An Institutional Analysis of the Present Political World

What are we witnessing these days?  Clearly we are witnessing a war of sorts, but who is it between and what are the weapons?  In a broad sense, it is between conservative and liberals, but only in the broad sense.  Many conservatives oppose Trump, and many Democrats in the rust belt supported him.  So it is complicated.

Perhaps it is easier to look at the matter from an institutional perspective.  Which institutions are supporting Trump and which are opposing him?

If one looks at American society, it is clear that most of the governments are controlled by Republicans.  At the federal level, the political appointees of the Executive branch obviously support Trump, as does the majority in the House and the Senate.  And the Senate has a filibuster which is eliminated or weakened as to appointments.  At the state level, most states are controlled by Republican governors and very few states have both houses controlled by Democrats.  Thus, the government is largely controlled by Republicans.

But the Democrats, especially the left, control many institutions in society and they are using those institutions.  One might characterize these institutions as cultural institutions and their actions as involving cultural power.  These institutions comprise the media, the universities, the arts, sports leagues, nonprofits, the civil service, and most large businesses.

Basically, these institutions are using whatever authority they can.  The media and the universities are portraying Trump and the Republicans in the most unattractive terms possible.  Other institutions are taking actions to basically insist that their members criticize Trump, or at least not support Trump.  Obviously, this does not occur 100% of the time, but it occurs frequently and especially as to the most salient issues.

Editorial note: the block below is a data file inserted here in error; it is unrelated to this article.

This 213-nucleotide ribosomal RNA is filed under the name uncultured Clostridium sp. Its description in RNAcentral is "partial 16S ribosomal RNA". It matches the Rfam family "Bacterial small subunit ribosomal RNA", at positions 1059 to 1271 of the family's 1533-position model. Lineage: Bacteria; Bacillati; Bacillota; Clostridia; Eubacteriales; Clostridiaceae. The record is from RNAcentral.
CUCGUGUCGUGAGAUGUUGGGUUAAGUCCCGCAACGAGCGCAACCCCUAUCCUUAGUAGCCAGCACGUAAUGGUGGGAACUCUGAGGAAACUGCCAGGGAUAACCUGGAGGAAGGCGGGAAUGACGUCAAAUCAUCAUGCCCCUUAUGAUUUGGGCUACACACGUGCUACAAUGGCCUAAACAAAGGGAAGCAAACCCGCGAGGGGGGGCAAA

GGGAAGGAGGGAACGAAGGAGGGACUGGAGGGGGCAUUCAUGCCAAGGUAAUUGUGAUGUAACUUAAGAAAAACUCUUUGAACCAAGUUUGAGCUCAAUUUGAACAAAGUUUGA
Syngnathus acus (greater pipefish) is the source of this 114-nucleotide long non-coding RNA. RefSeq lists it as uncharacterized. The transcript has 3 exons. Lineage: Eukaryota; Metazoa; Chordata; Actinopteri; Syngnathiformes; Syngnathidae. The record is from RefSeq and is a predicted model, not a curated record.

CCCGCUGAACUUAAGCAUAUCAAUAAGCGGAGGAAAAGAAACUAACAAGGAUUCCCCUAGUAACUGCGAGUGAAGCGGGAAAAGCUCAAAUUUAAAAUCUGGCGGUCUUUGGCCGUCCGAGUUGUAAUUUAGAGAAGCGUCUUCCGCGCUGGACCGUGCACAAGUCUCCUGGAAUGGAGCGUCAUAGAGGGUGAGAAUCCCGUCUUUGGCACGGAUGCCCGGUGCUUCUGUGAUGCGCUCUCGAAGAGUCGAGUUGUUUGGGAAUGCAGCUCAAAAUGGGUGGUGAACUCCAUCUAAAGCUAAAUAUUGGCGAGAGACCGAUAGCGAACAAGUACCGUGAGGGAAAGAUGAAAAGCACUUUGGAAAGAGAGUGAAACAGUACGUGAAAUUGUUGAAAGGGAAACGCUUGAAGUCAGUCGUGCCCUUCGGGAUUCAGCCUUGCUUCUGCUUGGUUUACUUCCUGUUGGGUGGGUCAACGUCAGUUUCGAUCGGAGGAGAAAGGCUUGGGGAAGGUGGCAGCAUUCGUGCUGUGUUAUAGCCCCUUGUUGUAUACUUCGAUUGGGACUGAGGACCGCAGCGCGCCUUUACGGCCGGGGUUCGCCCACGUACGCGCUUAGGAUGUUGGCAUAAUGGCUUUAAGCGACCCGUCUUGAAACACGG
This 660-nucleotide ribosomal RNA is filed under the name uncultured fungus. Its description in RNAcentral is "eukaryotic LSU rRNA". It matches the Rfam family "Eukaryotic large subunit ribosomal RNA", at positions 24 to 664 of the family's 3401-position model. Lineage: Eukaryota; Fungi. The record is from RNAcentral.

It will be interesting to see how this “war” turns out.  On the one hand, the Republicans are unlikely to maintain this form of political dominance for long, although it is quite conceivable that they could keep both houses in 2018 (given the senators who are up for reelection) and perhaps Trump could win reelection in 2020 (given how hard it is to defeat an incumbent).  On the other hand, the Democrats are likely to keep control of these cultural institutions for quite a while.  Yet, if these institutions continue to behave in aggressive ways, and Trump supporters become annoyed about that, they could feel it on their bottom line.

Reader Discussion

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on February 14, 2017 at 10:11:44 am

"Cultural institutions" you call it? Hmmm!

What kind of culture is this wherein these institutions spy on its own leadership and release information calculated to destroy the credibility of it's duly elected leadership:


Flynn forced to resign. One of his intended subordinates, a man who for 17 years possessed one of the highest security classifications while serving in Defense Intelligence is DENIED a security clearance by the CIA.

turns out the subordinate supported Flynn and Flynn critique of CIA incompetence in Syria and the failed attempts at swaying Erdogan of Turkey.

Yep, that's pretty *cultural* - i.e., the "institutional culture" of Democrat Party run executive branch mechanisms, or as I prefer to call it, the *internalities* of large institutions (in this case both the Fed Admin Agencies AND the Democrat Party (Oops, but I repeat myself).

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on February 14, 2017 at 11:02:20 am

I think that this analysis is spot on. Gets right to the point & helps clarify the real divide. I think it was Roger Kimball who coined the phrase: "the progressive march through the institutions" that began full force in the 60's. My wish would be that the true bias and the harm being done by these institutions would be revealed, as much as possible. I see this moment as the best time for this to occur.
As they moan and whine, Trump and his spokesmen should take every opportunity to show the public the actual progressive ideology that pervades these institutions of culture, TV, hollywood, op music, and social media included. We might not have another teachable moment like this one.

Gabe's reply reinforces Rappaport's thesis.